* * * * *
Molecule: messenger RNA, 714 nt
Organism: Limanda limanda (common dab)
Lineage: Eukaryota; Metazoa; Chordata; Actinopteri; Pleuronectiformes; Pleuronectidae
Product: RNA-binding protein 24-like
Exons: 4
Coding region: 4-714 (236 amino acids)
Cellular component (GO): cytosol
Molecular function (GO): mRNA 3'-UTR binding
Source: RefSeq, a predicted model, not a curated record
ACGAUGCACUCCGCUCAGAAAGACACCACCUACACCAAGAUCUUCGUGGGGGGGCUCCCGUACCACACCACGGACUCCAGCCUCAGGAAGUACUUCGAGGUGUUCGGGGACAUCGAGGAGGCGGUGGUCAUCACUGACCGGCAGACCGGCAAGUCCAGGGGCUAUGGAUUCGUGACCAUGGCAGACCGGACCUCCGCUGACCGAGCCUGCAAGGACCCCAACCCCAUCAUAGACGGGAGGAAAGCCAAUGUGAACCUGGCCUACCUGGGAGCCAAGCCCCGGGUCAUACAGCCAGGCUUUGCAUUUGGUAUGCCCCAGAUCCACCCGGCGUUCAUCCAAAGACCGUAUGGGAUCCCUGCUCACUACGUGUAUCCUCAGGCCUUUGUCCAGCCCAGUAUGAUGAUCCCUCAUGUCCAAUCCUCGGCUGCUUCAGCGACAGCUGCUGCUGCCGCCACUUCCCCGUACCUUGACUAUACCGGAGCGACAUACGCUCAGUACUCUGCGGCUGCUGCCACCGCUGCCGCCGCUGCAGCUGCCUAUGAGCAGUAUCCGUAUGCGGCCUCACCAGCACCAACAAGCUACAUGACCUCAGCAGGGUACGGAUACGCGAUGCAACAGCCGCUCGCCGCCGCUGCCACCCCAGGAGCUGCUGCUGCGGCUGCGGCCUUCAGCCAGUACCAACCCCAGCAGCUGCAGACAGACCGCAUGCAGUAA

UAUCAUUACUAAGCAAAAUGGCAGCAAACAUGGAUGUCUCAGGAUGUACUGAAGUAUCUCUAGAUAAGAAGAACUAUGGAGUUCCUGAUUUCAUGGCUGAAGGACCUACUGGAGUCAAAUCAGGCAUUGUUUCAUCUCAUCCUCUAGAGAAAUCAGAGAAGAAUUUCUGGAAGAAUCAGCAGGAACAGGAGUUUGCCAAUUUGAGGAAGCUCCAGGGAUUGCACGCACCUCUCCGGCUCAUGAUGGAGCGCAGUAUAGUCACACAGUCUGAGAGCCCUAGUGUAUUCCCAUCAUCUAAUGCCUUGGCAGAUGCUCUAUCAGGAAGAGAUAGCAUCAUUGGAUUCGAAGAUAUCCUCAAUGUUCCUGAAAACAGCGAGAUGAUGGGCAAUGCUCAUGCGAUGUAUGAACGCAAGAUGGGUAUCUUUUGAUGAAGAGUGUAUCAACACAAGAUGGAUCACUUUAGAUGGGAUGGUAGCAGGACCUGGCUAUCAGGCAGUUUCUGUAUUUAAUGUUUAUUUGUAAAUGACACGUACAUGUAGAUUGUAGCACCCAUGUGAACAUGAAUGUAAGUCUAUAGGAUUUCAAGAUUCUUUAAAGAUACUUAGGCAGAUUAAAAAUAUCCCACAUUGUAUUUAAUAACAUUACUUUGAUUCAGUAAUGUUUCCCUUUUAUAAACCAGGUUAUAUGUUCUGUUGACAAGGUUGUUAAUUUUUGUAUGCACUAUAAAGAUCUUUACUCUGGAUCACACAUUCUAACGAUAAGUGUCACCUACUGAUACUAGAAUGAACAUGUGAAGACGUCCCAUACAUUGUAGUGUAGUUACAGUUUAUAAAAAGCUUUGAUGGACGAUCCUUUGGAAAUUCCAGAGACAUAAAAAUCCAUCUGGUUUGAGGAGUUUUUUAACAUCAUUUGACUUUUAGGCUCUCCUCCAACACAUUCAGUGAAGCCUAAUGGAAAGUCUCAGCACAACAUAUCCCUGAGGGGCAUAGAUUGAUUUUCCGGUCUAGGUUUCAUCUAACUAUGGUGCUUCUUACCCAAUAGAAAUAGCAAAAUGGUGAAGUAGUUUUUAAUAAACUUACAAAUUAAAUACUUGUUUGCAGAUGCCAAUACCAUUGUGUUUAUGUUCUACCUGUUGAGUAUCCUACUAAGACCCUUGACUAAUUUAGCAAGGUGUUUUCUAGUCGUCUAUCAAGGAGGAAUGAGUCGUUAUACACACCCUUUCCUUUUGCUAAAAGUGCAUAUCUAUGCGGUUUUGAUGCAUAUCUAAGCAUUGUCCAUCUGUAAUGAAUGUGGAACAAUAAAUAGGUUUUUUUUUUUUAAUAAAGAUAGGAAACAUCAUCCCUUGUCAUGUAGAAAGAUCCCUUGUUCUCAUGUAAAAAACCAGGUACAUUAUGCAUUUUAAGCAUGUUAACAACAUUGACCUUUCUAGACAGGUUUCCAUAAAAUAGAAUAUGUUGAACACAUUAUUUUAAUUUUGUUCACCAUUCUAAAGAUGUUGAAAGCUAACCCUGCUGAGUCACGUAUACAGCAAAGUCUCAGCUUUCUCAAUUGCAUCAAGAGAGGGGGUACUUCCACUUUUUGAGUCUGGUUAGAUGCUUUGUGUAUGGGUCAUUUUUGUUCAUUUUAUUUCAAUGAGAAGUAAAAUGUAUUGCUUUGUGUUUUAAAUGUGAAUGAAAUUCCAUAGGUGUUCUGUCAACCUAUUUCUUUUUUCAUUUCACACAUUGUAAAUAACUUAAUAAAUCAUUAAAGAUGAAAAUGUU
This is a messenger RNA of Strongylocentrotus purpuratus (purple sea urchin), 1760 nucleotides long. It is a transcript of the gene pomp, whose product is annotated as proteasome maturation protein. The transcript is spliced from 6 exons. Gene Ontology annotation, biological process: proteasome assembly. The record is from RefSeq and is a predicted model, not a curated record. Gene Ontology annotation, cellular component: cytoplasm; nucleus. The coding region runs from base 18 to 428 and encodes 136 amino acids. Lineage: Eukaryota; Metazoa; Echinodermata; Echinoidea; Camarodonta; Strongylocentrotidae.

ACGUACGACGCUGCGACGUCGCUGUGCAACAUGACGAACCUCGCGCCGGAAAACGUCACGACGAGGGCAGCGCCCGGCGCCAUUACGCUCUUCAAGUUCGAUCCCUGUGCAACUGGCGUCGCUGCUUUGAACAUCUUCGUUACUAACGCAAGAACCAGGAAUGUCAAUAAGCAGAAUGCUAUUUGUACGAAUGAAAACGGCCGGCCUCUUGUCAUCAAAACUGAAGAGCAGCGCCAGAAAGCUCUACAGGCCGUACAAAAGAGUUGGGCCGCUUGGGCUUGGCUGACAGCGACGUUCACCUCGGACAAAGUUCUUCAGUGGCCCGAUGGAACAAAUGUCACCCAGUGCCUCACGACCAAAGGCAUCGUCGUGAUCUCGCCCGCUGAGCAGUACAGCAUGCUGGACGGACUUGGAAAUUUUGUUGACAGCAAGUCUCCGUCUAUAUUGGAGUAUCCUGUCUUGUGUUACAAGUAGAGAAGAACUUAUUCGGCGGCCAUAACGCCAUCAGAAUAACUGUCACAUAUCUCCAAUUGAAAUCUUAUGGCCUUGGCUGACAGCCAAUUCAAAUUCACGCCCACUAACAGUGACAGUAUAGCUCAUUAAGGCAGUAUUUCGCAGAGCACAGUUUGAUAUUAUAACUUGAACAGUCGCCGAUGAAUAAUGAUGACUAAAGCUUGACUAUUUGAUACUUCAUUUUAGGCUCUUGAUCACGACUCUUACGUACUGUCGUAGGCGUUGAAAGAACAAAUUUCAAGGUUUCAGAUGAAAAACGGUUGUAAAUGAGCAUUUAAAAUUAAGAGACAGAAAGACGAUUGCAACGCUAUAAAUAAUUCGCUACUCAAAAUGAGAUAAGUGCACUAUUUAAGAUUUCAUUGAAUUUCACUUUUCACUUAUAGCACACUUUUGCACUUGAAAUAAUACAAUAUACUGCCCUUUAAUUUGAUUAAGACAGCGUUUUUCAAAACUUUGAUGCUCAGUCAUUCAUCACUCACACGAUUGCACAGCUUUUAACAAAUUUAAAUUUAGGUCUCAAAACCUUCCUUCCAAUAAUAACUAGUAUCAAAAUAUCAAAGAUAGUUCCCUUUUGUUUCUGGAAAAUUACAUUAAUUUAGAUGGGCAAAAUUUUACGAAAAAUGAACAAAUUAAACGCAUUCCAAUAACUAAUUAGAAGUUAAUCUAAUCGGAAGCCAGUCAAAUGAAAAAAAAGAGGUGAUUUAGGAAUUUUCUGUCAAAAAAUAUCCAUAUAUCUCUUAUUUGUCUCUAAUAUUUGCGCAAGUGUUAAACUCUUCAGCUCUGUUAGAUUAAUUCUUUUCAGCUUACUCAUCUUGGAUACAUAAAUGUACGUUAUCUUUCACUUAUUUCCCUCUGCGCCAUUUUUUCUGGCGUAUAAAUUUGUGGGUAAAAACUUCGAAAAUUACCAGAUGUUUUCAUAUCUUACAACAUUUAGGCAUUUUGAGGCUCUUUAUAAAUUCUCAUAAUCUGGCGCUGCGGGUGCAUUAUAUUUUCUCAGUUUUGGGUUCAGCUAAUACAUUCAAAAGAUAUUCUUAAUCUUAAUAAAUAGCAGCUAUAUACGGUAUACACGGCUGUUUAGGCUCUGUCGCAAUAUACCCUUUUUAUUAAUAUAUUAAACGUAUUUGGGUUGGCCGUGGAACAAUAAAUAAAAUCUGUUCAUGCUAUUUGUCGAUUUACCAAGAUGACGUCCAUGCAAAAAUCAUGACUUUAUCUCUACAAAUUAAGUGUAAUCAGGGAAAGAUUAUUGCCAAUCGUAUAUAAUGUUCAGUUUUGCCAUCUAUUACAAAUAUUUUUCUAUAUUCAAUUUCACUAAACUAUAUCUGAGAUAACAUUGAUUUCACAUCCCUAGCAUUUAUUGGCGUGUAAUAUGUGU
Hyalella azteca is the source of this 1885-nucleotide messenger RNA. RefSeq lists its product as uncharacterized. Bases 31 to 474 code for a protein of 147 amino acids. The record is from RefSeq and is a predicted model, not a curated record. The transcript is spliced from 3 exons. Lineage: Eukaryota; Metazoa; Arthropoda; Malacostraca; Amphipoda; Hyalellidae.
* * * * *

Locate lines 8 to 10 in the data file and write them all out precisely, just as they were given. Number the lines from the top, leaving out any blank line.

Molecular function (GO): mRNA 3'-UTR binding
Source: RefSeq, a predicted model, not a curated record
ACGAUGCACUCCGCUCAGAAAGACACCACCUACACCAAGAUCUUCGUGGGGGGGCUCCCGUACCACACCACGGACUCCAGCCUCAGGAAGUACUUCGAGGUGUUCGGGGACAUCGAGGAGGCGGUGGUCAUCACUGACCGGCAGACCGGCAAGUCCAGGGGCUAUGGAUUCGUGACCAUGGCAGACCGGACCUCCGCUGACCGAGCCUGCAAGGACCCCAACCCCAUCAUAGACGGGAGGAAAGCCAAUGUGAACCUGGCCUACCUGGGAGCCAAGCCCCGGGUCAUACAGCCAGGCUUUGCAUUUGGUAUGCCCCAGAUCCACCCGGCGUUCAUCCAAAGACCGUAUGGGAUCCCUGCUCACUACGUGUAUCCUCAGGCCUUUGUCCAGCCCAGUAUGAUGAUCCCUCAUGUCCAAUCCUCGGCUGCUUCAGCGACAGCUGCUGCUGCCGCCACUUCCCCGUACCUUGACUAUACCGGAGCGACAUACGCUCAGUACUCUGCGGCUGCUGCCACCGCUGCCGCCGCUGCAGCUGCCUAUGAGCAGUAUCCGUAUGCGGCCUCACCAGCACCAACAAGCUACAUGACCUCAGCAGGGUACGGAUACGCGAUGCAACAGCCGCUCGCCGCCGCUGCCACCCCAGGAGCUGCUGCUGCGGCUGCGGCCUUCAGCCAGUACCAACCCCAGCAGCUGCAGACAGACCGCAUGCAGUAA